If convicted Pfingston faces up to seven years in prison; she's scheduled to appear in court Dec. 15.

Full Article & Source:
Former long-term care ombudsman charged with stealing money from resident

Tuesday, December 12, 2017

Metro Detroit adults under court guardianship put in unlicensed group homes

WARREN, Mich. (WXYZ) - As part of our year-long investigation into Michigan’s probate courts, the 7 Investigators have uncovered an alarming practice: court appointed guardians putting the people they’re supposed to be caring for into unlicensed group homes. 

While it’s not illegal for certain group homes in Michigan to operate without a license, when you’re dealing with someone who’s considered legally incapacitated, experts say most people in these situations do require care from a licensed facility.

“They took her dignity from her, they took everything from her,” said Peter Klavinger.

Klavinger says his grandmother, 80-year-old Mary Helen Plummer, had lived on her own for years.

But after a family friend told the Oakland County Probate Court that Plummer was having memory loss, court records show a Judge appointed a Southfield attorney as a co-guardian.

Charlene Glover-Hogan is a Public Administrator, a lawyer appointed by Michigan’s Attorney General to handle probate estates after someone dies. 

But several judges in metro Detroit like to appoint Public Administrators as professional guardians for adults who are considered “legally incapacitated.”

“It’s awful,” said Klavinger.

Klavinger says he was outraged when Glover-Hogan moved Plummer into an unlicensed group home in Warren -- a home that was operating illegally as an Adult Foster Care facility.

“It smelled, she didn’t look like her hair was brushed.  She had on the same clothes every day, it was for a week,” said Klavinger.

Desperate, Plummer’s family hired an attorney.

“He called Glover-Hogan, and said did you visit? She said no. He said, well you’re supposed to – and I can name several violations right off the top,” said Klavinger.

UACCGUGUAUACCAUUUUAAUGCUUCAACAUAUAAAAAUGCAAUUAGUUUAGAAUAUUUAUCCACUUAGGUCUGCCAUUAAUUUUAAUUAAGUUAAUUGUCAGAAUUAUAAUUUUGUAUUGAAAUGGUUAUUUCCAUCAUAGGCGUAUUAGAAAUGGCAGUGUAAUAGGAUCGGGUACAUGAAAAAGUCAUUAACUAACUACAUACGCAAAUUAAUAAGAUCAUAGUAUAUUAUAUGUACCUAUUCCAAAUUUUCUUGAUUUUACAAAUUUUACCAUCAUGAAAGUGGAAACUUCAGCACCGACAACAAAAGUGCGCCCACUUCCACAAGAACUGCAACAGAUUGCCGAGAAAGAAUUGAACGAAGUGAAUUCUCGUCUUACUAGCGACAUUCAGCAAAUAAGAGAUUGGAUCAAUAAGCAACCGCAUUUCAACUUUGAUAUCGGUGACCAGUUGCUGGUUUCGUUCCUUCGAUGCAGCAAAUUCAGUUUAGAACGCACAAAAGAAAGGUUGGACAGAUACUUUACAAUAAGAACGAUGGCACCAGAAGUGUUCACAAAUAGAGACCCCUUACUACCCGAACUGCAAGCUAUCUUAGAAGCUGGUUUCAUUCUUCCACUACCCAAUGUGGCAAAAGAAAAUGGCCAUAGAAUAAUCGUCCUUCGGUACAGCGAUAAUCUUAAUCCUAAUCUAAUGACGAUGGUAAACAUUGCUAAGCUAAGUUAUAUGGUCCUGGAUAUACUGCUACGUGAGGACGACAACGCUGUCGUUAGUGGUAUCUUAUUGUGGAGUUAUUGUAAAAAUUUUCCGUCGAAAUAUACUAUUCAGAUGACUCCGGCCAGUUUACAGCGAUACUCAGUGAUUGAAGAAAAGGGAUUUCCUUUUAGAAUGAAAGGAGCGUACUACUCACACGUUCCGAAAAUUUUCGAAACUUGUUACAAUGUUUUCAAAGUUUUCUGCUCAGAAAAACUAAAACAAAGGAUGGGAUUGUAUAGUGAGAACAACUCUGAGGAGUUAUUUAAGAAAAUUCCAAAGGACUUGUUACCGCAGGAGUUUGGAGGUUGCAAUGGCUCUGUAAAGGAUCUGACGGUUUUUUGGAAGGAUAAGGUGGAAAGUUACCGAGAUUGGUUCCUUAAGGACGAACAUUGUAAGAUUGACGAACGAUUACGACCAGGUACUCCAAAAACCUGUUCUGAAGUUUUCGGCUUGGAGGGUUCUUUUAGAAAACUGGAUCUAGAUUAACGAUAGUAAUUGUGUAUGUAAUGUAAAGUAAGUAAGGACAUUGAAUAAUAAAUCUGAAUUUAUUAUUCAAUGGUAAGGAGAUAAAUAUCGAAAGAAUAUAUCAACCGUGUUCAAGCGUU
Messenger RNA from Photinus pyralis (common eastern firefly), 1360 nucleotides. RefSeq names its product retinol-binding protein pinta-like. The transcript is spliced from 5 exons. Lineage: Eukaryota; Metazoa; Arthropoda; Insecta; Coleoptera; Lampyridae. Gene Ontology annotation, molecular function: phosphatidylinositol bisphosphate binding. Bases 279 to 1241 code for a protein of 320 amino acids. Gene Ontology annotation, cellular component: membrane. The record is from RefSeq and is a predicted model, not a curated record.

In Michigan, a group home must be licensed if the owner receives compensation for providing personal care, supervision, and protection, in addition to room and board to people who are mentally ill or disabled.

Clarisse Carter runs Due Season Residential Services LLC, the unlicensed group home in Warren.  State investigators from the Bureau of Licensing and Regulatory Affairs inspected the home in October and found that Carter was violating the law.

Carter applied for a license 11 months ago, but refused to answer our questions about why she was operating the home before being approved by the state.

The guardian later moved Plummer to a licensed facility, but according to state records, Glover-Hogan still has one ward inside the Warren group home.

“So you have a document that you want to show me indicating that it’s unlicensed,” asked Glover-Hogan.

During an interview Tuesday, 7 Investigator Heather Catallo shared the Special Investigation Record from the Michigan Department of Licensing and Regulatory Affairs, which oversees Adult Foster Care Facilities.  

The report, which is public record, tells Clarisse Carter that she has been providing adult foster care, and says “any person who provides foster care for 24 hours a day, 5 or more days a week, for 2 or more consecutive weeks for compensation without a license is in violation of [Public] Act 218.”

“I don’t have anything indicating that that was the case,” said Glover-Hogan.

Glover-Hogan says based on the level of care required in Plummer’s case, she didn’t think that a licensed home was needed.

“My goal, is make sure they have a roof over their head, they have heat, they have electricity, they have water and they have food,” said Glover-Hogan.  “We all serve as public servants – it’s not an easy job.”

Glover-Hogan said going forward, she will do more research, and she said often when she initially places wards, she does not have access to any of their funds yet, which can make placement extremely difficult.

“I do the best I can with what I have,” said Glover-Hogan.

“An individual that’s incapacitated that needs a higher level of service, the likelihood is that that type of facility would require a license,” said Larry Horvath, the Director of Michigan’s Bureau of Community and Health Systems.  The Bureau supervises the state’s 4200 licensed group homes.

“We would strongly try to encourage the courts and educate the courts on that, to make sure that those guardians and placing agencies are placing them in a proper setting,” said Horvath.